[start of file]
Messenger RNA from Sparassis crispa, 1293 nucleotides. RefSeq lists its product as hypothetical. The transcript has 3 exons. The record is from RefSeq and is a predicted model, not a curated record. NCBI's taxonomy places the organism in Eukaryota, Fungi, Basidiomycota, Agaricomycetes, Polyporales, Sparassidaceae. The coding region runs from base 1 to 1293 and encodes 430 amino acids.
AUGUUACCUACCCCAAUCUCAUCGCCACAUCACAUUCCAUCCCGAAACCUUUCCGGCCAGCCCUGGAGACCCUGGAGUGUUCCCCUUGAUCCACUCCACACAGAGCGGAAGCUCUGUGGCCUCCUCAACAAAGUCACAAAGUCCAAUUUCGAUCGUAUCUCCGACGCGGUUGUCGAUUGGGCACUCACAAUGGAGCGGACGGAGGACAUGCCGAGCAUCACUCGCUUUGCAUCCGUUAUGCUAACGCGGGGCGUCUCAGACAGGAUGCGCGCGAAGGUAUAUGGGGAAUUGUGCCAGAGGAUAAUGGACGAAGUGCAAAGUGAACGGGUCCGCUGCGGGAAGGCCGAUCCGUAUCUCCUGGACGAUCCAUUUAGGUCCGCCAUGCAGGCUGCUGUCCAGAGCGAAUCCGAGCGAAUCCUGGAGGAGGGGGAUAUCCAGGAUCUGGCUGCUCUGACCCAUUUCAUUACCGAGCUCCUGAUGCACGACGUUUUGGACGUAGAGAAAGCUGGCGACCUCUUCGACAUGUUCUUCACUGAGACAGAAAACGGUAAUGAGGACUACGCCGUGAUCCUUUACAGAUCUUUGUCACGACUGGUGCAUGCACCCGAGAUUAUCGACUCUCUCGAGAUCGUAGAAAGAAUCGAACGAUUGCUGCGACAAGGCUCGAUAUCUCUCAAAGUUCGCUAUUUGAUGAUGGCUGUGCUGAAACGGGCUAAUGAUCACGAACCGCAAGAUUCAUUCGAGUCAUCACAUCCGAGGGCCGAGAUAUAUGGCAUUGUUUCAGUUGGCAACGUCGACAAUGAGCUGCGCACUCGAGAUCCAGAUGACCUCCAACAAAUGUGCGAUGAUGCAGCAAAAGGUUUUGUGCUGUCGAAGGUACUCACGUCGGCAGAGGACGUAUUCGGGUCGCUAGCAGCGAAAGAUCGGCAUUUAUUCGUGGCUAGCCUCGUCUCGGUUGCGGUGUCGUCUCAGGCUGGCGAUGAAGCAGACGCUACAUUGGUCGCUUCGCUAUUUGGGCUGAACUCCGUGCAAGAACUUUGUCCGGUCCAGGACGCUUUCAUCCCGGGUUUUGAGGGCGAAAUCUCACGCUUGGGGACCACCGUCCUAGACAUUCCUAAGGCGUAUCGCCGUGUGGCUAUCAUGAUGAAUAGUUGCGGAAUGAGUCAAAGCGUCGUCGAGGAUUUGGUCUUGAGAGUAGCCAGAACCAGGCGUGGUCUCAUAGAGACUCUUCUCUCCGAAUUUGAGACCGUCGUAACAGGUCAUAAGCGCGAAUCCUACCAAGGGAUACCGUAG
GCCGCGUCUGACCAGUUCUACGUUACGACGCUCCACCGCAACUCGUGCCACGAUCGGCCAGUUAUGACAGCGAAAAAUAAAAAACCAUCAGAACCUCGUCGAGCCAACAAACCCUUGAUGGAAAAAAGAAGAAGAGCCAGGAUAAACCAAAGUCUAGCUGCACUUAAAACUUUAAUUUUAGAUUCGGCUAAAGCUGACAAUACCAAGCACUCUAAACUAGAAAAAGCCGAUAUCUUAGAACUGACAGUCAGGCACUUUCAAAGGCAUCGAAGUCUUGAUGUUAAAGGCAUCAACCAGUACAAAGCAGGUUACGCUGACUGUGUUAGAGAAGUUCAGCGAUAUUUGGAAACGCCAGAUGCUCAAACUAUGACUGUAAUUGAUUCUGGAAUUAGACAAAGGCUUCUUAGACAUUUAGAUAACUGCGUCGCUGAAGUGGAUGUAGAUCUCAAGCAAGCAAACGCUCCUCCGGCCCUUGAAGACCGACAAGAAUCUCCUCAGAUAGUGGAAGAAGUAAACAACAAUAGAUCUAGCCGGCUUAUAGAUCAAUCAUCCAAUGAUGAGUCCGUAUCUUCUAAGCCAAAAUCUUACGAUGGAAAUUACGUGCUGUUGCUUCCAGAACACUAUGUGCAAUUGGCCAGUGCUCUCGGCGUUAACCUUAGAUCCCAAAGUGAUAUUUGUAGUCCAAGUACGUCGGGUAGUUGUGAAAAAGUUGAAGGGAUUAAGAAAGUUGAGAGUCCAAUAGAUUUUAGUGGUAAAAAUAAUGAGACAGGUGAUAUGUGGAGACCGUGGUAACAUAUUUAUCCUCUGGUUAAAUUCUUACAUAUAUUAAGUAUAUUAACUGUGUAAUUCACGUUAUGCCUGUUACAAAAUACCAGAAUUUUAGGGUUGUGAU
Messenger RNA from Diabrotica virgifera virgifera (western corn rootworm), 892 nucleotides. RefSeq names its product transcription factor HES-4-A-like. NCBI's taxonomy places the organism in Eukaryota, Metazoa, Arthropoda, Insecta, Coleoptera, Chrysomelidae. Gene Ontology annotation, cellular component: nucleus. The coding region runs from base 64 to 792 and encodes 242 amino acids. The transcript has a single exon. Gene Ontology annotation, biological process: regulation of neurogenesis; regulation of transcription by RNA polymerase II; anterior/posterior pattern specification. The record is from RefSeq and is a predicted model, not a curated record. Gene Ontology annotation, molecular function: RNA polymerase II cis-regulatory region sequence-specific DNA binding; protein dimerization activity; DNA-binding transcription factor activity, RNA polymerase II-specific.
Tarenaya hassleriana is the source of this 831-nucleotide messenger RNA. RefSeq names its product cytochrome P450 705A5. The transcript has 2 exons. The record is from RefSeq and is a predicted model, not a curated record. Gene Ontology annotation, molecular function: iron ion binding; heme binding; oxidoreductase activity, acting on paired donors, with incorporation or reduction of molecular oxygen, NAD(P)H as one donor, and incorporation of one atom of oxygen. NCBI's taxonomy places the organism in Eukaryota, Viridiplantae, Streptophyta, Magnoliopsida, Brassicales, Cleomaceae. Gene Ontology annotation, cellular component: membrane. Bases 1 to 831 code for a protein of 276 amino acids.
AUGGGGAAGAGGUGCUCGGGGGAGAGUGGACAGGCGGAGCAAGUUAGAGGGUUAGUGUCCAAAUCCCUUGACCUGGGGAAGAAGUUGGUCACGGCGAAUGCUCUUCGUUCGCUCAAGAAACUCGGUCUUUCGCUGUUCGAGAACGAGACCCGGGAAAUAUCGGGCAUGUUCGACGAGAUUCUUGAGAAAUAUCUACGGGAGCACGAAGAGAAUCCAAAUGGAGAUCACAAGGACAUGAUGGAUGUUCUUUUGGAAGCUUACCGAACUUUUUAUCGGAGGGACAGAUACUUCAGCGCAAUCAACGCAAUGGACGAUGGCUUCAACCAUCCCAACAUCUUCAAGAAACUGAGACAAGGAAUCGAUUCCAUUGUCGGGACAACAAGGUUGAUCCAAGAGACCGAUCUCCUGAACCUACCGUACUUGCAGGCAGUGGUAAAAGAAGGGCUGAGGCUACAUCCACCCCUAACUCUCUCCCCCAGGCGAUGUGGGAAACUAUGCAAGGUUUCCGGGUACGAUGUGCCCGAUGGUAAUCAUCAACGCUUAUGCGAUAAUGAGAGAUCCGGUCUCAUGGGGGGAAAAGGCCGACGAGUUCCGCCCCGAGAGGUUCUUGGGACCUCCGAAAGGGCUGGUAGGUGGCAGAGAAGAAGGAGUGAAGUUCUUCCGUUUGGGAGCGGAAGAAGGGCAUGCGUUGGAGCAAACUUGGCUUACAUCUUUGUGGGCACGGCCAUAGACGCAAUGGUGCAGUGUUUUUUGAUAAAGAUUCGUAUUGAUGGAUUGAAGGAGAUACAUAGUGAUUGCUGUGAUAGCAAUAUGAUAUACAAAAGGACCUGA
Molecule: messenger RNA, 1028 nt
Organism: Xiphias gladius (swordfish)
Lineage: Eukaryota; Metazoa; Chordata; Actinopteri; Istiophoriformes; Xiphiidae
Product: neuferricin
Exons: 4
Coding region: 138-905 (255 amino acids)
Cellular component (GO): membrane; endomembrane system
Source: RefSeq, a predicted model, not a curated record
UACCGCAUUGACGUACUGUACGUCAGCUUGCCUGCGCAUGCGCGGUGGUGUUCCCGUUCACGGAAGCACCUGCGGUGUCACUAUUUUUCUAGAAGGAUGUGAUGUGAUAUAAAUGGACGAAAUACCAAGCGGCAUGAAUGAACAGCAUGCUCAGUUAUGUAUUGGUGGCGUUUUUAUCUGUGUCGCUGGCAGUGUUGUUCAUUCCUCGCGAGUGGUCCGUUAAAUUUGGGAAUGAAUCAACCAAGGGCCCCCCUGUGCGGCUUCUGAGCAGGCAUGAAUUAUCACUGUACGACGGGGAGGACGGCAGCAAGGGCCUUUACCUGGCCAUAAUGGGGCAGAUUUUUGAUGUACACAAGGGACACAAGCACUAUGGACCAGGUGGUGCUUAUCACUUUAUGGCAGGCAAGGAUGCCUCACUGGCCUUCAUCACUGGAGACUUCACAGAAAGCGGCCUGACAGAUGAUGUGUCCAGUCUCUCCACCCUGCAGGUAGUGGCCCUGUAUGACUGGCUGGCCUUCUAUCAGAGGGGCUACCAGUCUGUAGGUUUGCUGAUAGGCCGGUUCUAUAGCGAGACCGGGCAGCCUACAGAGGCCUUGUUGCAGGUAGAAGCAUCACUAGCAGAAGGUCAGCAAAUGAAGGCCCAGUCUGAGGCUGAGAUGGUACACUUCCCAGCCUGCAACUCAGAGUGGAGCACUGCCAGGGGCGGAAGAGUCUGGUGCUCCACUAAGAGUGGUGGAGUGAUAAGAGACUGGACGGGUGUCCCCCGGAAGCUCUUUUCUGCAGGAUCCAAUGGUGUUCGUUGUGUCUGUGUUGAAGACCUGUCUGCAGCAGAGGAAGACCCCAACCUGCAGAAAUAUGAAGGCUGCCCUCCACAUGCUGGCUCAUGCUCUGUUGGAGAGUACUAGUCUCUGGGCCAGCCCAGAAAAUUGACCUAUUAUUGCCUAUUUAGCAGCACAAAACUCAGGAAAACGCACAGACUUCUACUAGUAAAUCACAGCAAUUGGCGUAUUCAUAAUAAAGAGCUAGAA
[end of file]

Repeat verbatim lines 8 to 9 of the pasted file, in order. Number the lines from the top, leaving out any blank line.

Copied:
Organism: Xiphias gladius (swordfish)
Lineage: Eukaryota; Metazoa; Chordata; Actinopteri; Istiophoriformes; Xiphiidae